We covered more ground and found more promising sign and while we couldn’t glass a ton of land we decided to stick to one hillside with a decent view just to see if we could find where they were moving. Unfortunately some guys on a four wheeler had different plans. They circled the area a good 5 or 6 times. They finally came right by us and we chatted quickly. They were bowhunting for whitetail and had seen a lone bull elk and a whitetail buck with a busted rack. After all the commotion we decided to just get back to camp to get warm and eat.
Friday night was again less than restful only this time instead of the pleasant interruption of elk bugling it was coyotes. We’d seen the tracks and scat on the roads and heard them faintly the previous night but tonight they were having a party right where the elk had been before. It got down to the low 20′s or upper teens that night but luckily my Teton Sports Tracker bag kept me nice and warm. Not a lot of exciting things happened Saturday. We covered about 12 miles of steep climbs and steeper descents. We uttered the phrase, “well at least it won’t be the stupidest thing we’ve done today” several times and each time the following action usually qualified as the stupidest thing we had done up until that point. We both stumbled, fell and slid a few times but luckily neither of us sustained any real injuries. By the end of the day I was well on my way to meeting all three goals by not sustaining any injuries. That afternoon as we made our way to the far southern end of the property we found more sign, some big mama black bear tracks and we again met a local cruising the roads in a four wheeler. I nicknamed this fella Paw Paw Chaw. He was an older guy, very nice and happy to relay his knowledge of the property to us and his navigation terms made sense. Although he did have about a 3 pound wad of chewing tobacco in his lip. Our discussion somehow made it from bear to elk then to how his grandson lost a finger in a boating accident. After we parted ways with Paw Paw Chaw I jokingly asked Mark if he thought it was a wad of chew that big or a tumor!
Saturday night we discussed the plan for the last morning. We were conflicted. We were so encouraged by the activity of the previous morning but then again so discouraged by the amount of ground we had covered without seeing anything but a lone whitetail buck at the end of the day. We decided to hit the piece of the property where Mark had the encounters with the bull and the cow. It was bordered by the main road, the entrance road and the current mine which was off limits. We sat around our camp fire after enjoying some nicely grilled steaks that Jerud had left. We were completely exhausted but anxious about our final morning.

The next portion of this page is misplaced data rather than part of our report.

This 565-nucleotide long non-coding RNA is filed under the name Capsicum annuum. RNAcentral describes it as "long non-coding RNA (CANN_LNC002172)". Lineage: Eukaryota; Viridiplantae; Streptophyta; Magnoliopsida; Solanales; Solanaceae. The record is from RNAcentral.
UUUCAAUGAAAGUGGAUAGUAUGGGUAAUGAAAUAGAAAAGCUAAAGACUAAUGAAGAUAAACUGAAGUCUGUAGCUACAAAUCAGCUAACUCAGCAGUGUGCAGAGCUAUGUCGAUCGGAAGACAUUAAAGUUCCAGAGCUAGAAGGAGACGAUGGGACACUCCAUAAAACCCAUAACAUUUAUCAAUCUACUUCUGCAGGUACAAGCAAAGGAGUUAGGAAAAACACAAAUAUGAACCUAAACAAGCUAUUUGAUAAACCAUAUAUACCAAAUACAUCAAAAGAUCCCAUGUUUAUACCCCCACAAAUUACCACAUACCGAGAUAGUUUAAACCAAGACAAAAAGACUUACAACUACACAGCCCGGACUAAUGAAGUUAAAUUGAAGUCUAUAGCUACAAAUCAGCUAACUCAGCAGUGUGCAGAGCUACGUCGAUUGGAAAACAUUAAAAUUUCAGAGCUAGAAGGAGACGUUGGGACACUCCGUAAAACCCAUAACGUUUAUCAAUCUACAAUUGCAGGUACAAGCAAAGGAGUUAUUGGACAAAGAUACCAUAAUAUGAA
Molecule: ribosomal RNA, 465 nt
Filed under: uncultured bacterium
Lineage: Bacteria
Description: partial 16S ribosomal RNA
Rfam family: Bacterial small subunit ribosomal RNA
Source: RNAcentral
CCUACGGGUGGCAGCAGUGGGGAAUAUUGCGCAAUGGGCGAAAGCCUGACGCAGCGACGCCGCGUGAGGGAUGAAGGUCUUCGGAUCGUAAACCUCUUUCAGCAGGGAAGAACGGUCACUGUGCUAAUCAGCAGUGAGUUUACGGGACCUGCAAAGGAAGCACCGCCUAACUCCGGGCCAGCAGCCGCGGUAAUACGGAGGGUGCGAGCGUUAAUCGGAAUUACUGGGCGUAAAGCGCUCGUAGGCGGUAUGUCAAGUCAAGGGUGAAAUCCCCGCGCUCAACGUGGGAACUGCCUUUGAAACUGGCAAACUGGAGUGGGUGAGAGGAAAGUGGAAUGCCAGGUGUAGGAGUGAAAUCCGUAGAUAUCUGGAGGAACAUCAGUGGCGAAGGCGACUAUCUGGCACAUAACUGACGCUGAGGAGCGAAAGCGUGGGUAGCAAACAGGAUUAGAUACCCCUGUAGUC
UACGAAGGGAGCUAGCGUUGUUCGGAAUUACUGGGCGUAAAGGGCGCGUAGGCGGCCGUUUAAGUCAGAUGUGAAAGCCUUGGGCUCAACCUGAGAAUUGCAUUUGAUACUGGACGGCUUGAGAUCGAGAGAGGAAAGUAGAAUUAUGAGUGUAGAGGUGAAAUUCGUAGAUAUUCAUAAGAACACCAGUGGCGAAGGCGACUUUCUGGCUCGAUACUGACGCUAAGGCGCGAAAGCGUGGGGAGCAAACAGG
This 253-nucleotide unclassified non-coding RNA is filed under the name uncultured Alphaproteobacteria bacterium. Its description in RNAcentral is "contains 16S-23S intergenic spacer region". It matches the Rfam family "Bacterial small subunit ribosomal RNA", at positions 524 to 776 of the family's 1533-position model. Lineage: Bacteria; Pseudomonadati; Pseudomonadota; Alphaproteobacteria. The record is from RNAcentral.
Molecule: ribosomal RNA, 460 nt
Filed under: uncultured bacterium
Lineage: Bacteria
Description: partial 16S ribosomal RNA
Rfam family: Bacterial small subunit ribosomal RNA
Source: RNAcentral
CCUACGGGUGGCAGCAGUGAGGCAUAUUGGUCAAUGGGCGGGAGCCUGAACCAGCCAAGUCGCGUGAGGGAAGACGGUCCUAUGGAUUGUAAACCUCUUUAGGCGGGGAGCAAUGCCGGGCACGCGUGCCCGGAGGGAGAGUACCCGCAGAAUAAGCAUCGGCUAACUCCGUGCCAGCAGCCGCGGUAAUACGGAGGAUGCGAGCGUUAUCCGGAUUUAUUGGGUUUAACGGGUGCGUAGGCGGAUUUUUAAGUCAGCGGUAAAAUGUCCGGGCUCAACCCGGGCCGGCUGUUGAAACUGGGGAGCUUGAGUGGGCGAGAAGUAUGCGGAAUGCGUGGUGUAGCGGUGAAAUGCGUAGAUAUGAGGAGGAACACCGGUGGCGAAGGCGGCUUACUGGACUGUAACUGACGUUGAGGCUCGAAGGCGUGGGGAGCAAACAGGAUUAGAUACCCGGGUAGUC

We got up, had a quick breakfast and headed out as soon as there was enough light to get moving. We made it to our destination quickly. At the base of the hill we thought they’d be bedded on we triple checked the wind and slowly started to make our way around so that we’d have the wind in our face as we approached the crest of the hill. As we got to the top I stayed back as Mark moved in. As he got closer the wind shifted a little and then a gust blew straight at our backs and the unseen herd of elk that was maybe 20 yards from Mark on the other side of some brush thundered down the side of the hill. We were frustrated with the wind but we had finally found some elk! We got to the top and decided to wait about 30 minutes let things settle down and see if the wind stabilized. After a break we went ahead a ways then cut down the side of the hill to double back with the wind in our favor and try to locate the herd. We again made a steep descent to a very old road and worked our way back. The fallen leaves made it impossible to be quiet so as we neared where we thought they had gone Mark was hitting the cow call every few steps or so. We came to a bend in the road and we both had a good feeling. We had hoped to see them in the road or just below us. We crept closer and again the herd thundered off. We had been busted from above. They had only moved maybe 30 yards from the original spot and had caught us walking in. We were again frustrated but at least we had found them. We climbed to the top and tried to locate them again but after getting busted twice they had moved on.
That was the end of our Kentucky elk hunt. We both had a decent drive ahead of us so we packed up camp and hit the road. I had an absolute blast on this hunt and will remember it for a lifetime. It was my first elk hunt, i got to enjoy it with Mark and Jerud who were both great folks to have in camp and i accomplished my three goals. The only problem . . . I’m slightly obsessed with elk now . . .
I know you’re sad that the story is over but there’s more. I have a couple more posts to go over some lessons learned from the trip as well as a review of some awesome gear!